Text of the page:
Over 10 percent of Americans lack health insurance. If they experience a medical emergency, they can usually get care in an emergency room—but this treatment comes with a potentially high bill. Unpredictable medical expenses, like ER visits, can easily blow a family budget. Likewise, without insurance routine, medical costs, like prescription medications, may compete with necessities like rent and food. The benefits of health insurance, then, are both medical—such as better access to care—and financial. Indeed, research finds that health insurance coverage reduces bankruptcy rates, reduces the number of bills sent to collection, raises credit scores, and protects families from catastrophic medical expenses, defined as more than 30% of income.
While payday loans are considered “loans of last resort,” almost 70% of people who use them report doing so for ordinary rather than unexpected expenses and users take out an average of eight loans per year.
Strong evidence supports the premise that Medicaid can improve family finances. We decided to study the effect of health insurance on one particular financial outcome: payday borrowing. Payday loans are short-term, high-interest loans that are extremely popular among low-income Americans. The typical payday loan offers the borrower $400, which he or she must repay within two weeks. The fee for that loan is typically $60 or so, which amounts to an annual interest rate vastly higher than what the consumer would be charged by a credit card company or some other more traditional lender. While payday loans are considered “loans of last resort,” almost 70% of people who use them report doing so for ordinary rather than unexpected expenses and users take out an average of eight loans per year. As a result, payday lending is controversial and many states have outlawed it entirely.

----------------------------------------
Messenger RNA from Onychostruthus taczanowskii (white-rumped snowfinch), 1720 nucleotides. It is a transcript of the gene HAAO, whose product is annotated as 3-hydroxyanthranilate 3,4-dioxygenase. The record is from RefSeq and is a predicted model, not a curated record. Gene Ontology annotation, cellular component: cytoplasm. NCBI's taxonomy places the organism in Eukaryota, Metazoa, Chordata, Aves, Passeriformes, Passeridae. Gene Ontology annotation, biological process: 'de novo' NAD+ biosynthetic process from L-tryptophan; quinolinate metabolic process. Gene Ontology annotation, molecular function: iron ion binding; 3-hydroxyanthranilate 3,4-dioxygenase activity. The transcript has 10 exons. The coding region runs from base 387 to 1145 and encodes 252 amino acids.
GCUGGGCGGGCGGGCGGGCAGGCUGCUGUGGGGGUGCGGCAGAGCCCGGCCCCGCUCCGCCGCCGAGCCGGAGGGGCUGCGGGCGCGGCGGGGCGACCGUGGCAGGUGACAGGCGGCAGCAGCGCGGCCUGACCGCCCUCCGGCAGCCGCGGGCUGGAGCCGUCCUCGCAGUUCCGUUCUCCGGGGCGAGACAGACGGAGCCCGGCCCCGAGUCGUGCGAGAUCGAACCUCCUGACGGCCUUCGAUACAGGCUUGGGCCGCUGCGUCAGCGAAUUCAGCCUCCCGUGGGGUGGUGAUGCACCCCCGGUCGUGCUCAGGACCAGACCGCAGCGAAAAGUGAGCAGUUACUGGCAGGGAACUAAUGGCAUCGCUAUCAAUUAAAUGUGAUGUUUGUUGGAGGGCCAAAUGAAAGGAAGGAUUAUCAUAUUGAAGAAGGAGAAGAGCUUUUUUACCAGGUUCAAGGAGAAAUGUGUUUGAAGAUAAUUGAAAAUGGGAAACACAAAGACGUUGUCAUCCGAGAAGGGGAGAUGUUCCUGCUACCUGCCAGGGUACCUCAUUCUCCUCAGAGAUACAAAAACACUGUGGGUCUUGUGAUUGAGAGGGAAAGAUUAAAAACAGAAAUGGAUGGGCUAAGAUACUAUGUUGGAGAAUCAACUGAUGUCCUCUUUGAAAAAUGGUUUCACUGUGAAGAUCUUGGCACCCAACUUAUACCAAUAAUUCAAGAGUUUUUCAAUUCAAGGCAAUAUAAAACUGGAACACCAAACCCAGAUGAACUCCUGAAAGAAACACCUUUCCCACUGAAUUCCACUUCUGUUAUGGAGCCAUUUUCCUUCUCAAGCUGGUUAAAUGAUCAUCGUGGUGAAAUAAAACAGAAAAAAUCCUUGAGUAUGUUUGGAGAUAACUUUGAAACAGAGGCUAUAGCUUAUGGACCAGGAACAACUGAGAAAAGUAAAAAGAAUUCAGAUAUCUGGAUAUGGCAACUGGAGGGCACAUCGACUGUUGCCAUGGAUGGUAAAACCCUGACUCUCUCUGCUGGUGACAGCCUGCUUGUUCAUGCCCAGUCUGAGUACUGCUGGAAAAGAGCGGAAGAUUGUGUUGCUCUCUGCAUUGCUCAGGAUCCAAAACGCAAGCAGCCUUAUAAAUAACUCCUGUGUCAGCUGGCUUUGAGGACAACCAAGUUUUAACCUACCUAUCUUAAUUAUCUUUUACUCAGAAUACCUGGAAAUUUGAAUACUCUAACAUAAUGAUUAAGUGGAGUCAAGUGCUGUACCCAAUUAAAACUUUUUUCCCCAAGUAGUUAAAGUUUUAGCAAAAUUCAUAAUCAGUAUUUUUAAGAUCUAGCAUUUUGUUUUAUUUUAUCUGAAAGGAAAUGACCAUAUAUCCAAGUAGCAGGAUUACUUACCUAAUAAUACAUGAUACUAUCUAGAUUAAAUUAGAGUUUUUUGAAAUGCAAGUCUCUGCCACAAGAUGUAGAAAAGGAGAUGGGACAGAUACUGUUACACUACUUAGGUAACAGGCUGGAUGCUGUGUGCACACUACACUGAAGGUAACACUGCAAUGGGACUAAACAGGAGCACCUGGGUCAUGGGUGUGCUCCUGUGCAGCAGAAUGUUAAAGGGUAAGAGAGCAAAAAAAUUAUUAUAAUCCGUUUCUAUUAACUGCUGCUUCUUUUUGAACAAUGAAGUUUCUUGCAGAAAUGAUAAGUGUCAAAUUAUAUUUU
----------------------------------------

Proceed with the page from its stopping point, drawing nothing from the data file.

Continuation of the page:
The 2010 Affordable Care Act provided states with the opportunity to expand Medicaid, health insurance for the poor, to their low-income residents. Over half of states have done so. In order to isolate the causal effect of health insurance on payday borrowing, we studied California’s early Medicaid expansion in late 2011 and early 2012. We compared payday borrowing in California counties before and after they expanded Medicaid. As a control group, we used counties in the rest of the country that never expanded Medicaid.
We found an 11% drop in payday borrowing after counties expanded Medicaid. We ran various analyses to confirm that drop in borrowing was not driven by some other pattern in the data. We found no alternative explanation for the result.
All in all, our study provides additional evidence that, when low-income Americans gain health insurance, they gain a kind of financial security that protects them from the need to resort to high-interest loans to make ends meet. Such a finding contributes yet another reason to reduce the share of Americans who are uninsured.